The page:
3. Size of The Debt Consider the size of the debt. The smaller the outstanding balance, the greater your odds for success because it becomes less cost effective for a creditor to pursue. Most creditors will not devote a lot of effort to collecting just a few hundred dollars. However, if the amount is less than two hundred dollars, a creditor may not even devote the effort to negotiate.

4. Age You also must consider the age of the debt and its status. Eventually, a creditor will give up an attempt to collect on a debt, and in order to gain some financial benefit will write it off as a loss and take a tax deduction. This is referred to as a charge-off or a profit & loss. If this is an old debt that was charged off by the creditor, it doesn't mean that you no longer owe the debt; it simply shows that they have given up hope of collecting it.

If they take legal action and get a judgment, they risk getting nothing, or it may take years before they get a penny. Most creditors would much rather have something guaranteed than pursue the expense of legal action with a risk of getting nothing. A few states won't even allow anyone to garnish wages, which means they would have to wait until you sold a major asset and had to clear the title before they could enforce their judgment. So it is possible that a collection agency may call you after a year or even two years of silence. Realize then that they are not collecting on behalf of your original creditor; they simply took a gamble by purchasing a batch of old bad accounts dirt cheap to try to make some money.

5. Recent Payment History It may sound strange at first, but if you have been paying your bills on time recently, the creditor will be less inclined to settle for less. The logic being that they are getting their money now anyway. If you have been chronically late and it looks like you could go belly-up any day now, then they will sense a real potential for loss and be much quicker to accept a reasonable offer.

This is by no means meant to imply that you should stop paying your bills so that your creditors will be more likely to settle with you. This is merely to help you access your negotiating position as affected by your most recent payment record.

Also, major considerations are things such as the laws of your state, as well as your prognosis of your ability to repay the debt at some point in the future. Will you have more money to put toward the problem in the near future, or is this as good a shot as you're likely to get?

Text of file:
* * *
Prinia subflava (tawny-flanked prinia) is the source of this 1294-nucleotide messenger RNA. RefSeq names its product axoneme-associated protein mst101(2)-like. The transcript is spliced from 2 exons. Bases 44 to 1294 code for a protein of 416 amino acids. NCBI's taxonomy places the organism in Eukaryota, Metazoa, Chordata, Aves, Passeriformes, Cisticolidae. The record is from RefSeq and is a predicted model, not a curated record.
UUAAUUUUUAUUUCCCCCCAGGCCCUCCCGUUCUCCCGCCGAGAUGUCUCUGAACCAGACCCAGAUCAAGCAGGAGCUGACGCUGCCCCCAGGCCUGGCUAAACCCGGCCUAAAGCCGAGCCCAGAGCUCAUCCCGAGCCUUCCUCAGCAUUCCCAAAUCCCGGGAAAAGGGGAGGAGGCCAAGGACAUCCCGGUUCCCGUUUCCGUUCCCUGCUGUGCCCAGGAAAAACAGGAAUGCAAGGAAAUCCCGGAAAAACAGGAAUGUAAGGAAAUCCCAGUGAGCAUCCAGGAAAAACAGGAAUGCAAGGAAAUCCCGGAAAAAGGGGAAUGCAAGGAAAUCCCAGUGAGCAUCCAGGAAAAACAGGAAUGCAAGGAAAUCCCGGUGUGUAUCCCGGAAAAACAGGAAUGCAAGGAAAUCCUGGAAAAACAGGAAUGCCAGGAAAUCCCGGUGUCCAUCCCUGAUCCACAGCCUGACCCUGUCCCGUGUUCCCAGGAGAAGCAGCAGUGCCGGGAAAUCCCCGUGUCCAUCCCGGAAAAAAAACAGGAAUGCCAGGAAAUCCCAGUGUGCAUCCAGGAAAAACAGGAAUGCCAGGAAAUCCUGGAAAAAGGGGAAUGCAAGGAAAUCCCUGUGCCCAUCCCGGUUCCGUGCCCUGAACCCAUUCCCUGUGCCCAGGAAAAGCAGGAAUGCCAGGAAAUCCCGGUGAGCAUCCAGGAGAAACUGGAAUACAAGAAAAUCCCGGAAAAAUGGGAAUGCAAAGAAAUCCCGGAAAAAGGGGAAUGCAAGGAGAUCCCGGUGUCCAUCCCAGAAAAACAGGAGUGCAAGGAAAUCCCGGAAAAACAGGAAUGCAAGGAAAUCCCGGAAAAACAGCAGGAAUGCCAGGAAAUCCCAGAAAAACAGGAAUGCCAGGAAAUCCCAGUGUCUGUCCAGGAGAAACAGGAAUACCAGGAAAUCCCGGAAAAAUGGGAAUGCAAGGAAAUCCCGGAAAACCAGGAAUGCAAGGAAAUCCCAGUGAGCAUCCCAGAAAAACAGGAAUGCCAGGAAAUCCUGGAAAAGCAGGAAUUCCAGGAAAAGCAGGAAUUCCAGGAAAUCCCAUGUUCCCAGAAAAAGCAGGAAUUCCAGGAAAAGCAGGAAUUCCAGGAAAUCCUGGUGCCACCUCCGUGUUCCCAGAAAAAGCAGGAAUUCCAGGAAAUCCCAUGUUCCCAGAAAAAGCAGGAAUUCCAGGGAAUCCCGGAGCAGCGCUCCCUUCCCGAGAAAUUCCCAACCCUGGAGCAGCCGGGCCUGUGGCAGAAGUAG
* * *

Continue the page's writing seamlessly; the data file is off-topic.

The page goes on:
In spite of the fact that the creditor of the unsecured accounts is in a compromised position to deal with you, some may not settle for less. You will be amazed and possibly angered by the bureaucratic stupidity of some of the larger institutions. Realize that much of the time, you are dealing with a person who doesn't really care one way or the other.

It’s not their personal money; they will still have a job tomorrow whether you pay or not. A few others may be on their on personal power trip. Or, they may have had a fight with the spouse just this morning and running on a short fuse.

Additionally, some creditors will issue a company-wide policy regarding settlements. For example, most utility companies will not settle for less than the original amount. Another example is Discover Card. Currently they will not negotiate with you. Obviously, they feel that by building a reputation as a “hard nose, " they can reduce their losses in the long-term.

No doubt, many other creditors are watching them. In the meantime, there are scores of other creditors who want to-and need to-negotiate settlements to get cash coming in. They can't afford to just write debts off on principle or to curb long term losses for any reason.

For them, the short-term is all that matters. The point for you to remember is that - you don't have to (and you won't) win them all. Just a portion agreeing to a settlement will allow you to turn things around.

Regards: Regis Sauger

Regis Sauger is a licensed Mortgage Broker in Florida, an author, lecturer on credit awareness. He have conducted seminars for underwriters, attorneys, mortgage lenders, realtors and the general public.